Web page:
ABB has invested close to £1 million and signed a 10-year agreement with Imperial College, London to support a new carbon capture pilot plant teaching facility located at the university’s central London campus. ABB’s investment and involvement in the project signals its commitment to shaping the next generation of industrial engineers.
Using a combination of ABB’s instrumentation, drives, motors and process automation equipment, the control room provides students with hands-on experience of pilot-scale industrial plant operations and is one of the only facilities of its kind in an academic institution in the world. The pilot plant will be used in undergraduate teaching with the aim of equipping students with the practical skills needed for a career in industry.
The agreement between ABB and Imperial gives the university access to some of the most advanced control and instrumentation technology available, as well as lifecycle services and support for the installation.
In return, ABB has access to the carbon capture pilot plant for its own use and will use the facility for customer demonstrations and training, staff learning such as inter-divisional training, hands on experience for its apprentices and product testing and software evaluation.
“The pilot plant is a global showcase for the latest and best process control and instrumentation technology in use at one of the world’s leading engineering institutions,” says Martin Grady, general manager, Oil, Gas and Petrochemical – UK, ABB. “We will be able to trial new technology in a low risk, well-managed environment to gather Beta site test data. It also gives ABB a great platform to train its staff and customers on a real pilot plant. Quite simply, there are very few industrial companies that have utilised all the leading-edge technology that Imperial College is featuring within this pilot plant.”
To further support its involvement with Imperial, ABB is providing four summer placements of eight to ten weeks per annum in its UK operations. In addition a summer placement in Brisbane, Australia will be awarded to a student on the university’s exchange programme, after spending their third undergraduate year in Australia. One final year student will be selected from previous summer students to have their final year tuition fees paid by ABB.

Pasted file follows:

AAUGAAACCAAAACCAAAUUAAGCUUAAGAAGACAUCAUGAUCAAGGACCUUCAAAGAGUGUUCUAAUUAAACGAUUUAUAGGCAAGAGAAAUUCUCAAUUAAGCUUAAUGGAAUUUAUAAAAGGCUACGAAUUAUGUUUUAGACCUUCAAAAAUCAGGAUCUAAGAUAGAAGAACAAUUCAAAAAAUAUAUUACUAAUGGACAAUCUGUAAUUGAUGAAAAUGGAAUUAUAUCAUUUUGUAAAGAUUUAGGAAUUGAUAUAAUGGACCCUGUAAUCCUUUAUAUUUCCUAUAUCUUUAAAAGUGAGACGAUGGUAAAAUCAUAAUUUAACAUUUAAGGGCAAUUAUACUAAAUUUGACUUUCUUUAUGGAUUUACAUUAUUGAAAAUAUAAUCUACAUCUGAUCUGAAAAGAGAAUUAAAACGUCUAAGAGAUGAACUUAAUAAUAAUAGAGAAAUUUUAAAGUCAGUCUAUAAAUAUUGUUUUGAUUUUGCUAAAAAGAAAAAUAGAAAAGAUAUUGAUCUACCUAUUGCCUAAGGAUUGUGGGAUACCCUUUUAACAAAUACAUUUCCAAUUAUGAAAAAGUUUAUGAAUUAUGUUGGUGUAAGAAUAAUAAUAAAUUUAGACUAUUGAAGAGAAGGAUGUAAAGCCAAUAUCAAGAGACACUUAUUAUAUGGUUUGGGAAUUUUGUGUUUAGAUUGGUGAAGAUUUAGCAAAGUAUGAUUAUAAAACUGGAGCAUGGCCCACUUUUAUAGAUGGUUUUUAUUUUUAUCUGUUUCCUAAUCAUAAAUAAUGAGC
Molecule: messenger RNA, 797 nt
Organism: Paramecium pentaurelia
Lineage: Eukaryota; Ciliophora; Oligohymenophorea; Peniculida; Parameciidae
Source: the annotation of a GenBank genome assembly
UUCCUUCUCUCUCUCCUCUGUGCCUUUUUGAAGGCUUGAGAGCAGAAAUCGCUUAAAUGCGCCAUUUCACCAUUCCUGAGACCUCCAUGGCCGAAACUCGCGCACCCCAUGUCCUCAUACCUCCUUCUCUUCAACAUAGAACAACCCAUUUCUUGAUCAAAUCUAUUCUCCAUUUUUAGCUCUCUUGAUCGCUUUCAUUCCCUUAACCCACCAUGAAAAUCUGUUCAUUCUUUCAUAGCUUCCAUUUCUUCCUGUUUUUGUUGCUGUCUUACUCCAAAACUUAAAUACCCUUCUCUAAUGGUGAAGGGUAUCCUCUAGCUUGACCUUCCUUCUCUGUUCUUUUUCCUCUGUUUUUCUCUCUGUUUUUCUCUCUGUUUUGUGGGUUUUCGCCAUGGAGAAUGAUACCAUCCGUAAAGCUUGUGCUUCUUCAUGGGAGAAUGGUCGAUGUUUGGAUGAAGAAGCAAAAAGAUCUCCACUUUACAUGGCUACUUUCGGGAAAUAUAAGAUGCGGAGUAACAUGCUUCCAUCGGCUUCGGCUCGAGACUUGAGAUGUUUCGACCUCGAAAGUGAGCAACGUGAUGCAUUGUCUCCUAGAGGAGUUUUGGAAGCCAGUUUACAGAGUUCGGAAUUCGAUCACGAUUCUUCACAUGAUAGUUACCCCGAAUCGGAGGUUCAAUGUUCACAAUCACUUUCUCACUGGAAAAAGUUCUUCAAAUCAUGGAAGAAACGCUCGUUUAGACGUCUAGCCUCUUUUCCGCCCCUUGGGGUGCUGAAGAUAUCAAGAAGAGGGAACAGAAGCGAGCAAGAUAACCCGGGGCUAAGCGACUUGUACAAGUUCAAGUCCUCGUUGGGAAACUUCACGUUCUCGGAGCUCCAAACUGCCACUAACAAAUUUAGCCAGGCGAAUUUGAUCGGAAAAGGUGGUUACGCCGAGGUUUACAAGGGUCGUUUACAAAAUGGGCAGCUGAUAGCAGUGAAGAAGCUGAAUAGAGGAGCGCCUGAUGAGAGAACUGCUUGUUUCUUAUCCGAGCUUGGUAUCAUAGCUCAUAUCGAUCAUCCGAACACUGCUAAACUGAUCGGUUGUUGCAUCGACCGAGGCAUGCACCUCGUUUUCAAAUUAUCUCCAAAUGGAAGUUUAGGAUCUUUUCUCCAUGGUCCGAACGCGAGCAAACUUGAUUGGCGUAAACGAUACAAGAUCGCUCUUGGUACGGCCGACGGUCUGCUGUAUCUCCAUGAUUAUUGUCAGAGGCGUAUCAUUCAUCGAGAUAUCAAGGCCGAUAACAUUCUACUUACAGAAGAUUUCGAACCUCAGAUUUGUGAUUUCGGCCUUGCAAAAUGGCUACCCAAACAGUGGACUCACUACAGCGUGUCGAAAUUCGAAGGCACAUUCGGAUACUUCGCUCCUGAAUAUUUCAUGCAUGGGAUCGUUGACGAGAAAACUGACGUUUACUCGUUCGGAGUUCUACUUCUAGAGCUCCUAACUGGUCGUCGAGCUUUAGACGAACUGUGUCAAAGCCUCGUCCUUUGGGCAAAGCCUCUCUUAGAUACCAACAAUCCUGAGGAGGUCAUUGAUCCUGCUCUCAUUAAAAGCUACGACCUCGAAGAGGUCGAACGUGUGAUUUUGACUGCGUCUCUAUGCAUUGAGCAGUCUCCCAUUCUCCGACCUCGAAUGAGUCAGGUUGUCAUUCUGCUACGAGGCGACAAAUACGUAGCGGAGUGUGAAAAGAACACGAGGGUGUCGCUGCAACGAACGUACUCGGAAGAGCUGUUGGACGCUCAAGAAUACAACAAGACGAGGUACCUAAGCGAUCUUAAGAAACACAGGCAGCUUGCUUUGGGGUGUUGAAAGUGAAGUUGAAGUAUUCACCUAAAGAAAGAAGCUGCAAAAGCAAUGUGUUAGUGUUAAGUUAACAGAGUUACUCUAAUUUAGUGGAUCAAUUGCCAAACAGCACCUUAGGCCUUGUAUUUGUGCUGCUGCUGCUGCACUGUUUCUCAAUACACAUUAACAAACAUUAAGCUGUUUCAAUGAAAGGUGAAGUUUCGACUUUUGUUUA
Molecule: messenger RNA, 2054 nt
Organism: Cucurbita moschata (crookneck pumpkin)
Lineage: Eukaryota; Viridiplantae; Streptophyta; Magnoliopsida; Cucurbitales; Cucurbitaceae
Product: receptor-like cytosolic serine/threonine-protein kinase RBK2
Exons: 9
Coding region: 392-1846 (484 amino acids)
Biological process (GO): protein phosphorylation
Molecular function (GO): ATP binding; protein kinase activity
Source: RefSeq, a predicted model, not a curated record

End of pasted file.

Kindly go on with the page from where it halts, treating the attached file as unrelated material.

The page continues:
ABB’s involvement in the project is aimed at raising the awareness among chemical engineering graduates of the benefits of a career in control and instrumentation engineering. The investment is seen as a shop window for presenting the opportunities available throughout the ABB organisation, particularly at one of its main execution centres for oil, gas and petrochemical automation in St Neots, Cambridgeshire and its measurement products activities in Stonehouse and Workington.
“By investing in the pilot plant and the awards, we are effectively investing in our own future, by making sure that ABB will have ready access to a stream of bright young engineers,” says Grady. “One of our biggest problems is finding enough suitably qualified engineers to fill the ever growing range of opportunities we can offer. Obviously if engineering in the UK flourishes, then we flourish too.
“The move by ABB is partly in response to government initiatives aimed at rebuilding the manufacturing base of the UK and re-establishing the important contribution that engineering makes to people’s everyday lives. The UK needs to increase its base of skilled engineers if it is to grow its manufacturing sector towards its potential. We believe that the pilot plant will support education by giving tomorrow’s engineers hands-on exposure to real-life technology. This pilot plant really brings the real world into the classroom for the first time.
In recognition of ABB’s support for the new carbon capture pilot plant, Imperial has named the hi-tech centre-piece of the installation the ABB Control Room. The ABB Control Room houses the extended operator workplace (EOW) and the distributed control system, System 800xA, from where operators can control and supervise the plant.
With many international students also studying at the College, the facility will help to position the UK as the global centre of excellence and expertise for engineering education. For ABB, there is the added attraction of building awareness of its technologies and capabilities across a global audience.
“The increasingly global nature of the projects we are working on, particularly in the oil, gas and petrochemical sectors, means that engineers from the UK and elsewhere are being called on to work in many different regions worldwide,” concludes Grady. “Our aim is to use the plant to create a lasting association between the real-life problems that students will encounter once they qualify and the technology and capabilities available from ABB that can help solve them.”
“The pilot plant contributes to making Imperial the leading international centre for practical, hands-on chemical engineering education and training,” says Dr Daryl Williams, director of the Pilot Plant Project at Imperial. “We were looking for a global control and instrumentation partner to work with us on the carbon capture pilot plant. The opportunity for both parties was immense. It provided a once in a lifetime opportunity to influence the training and education of thousands of young chemical engineers over the next 20 years at one of the world’s premier chemical engineering departments.”
T: 01925 741111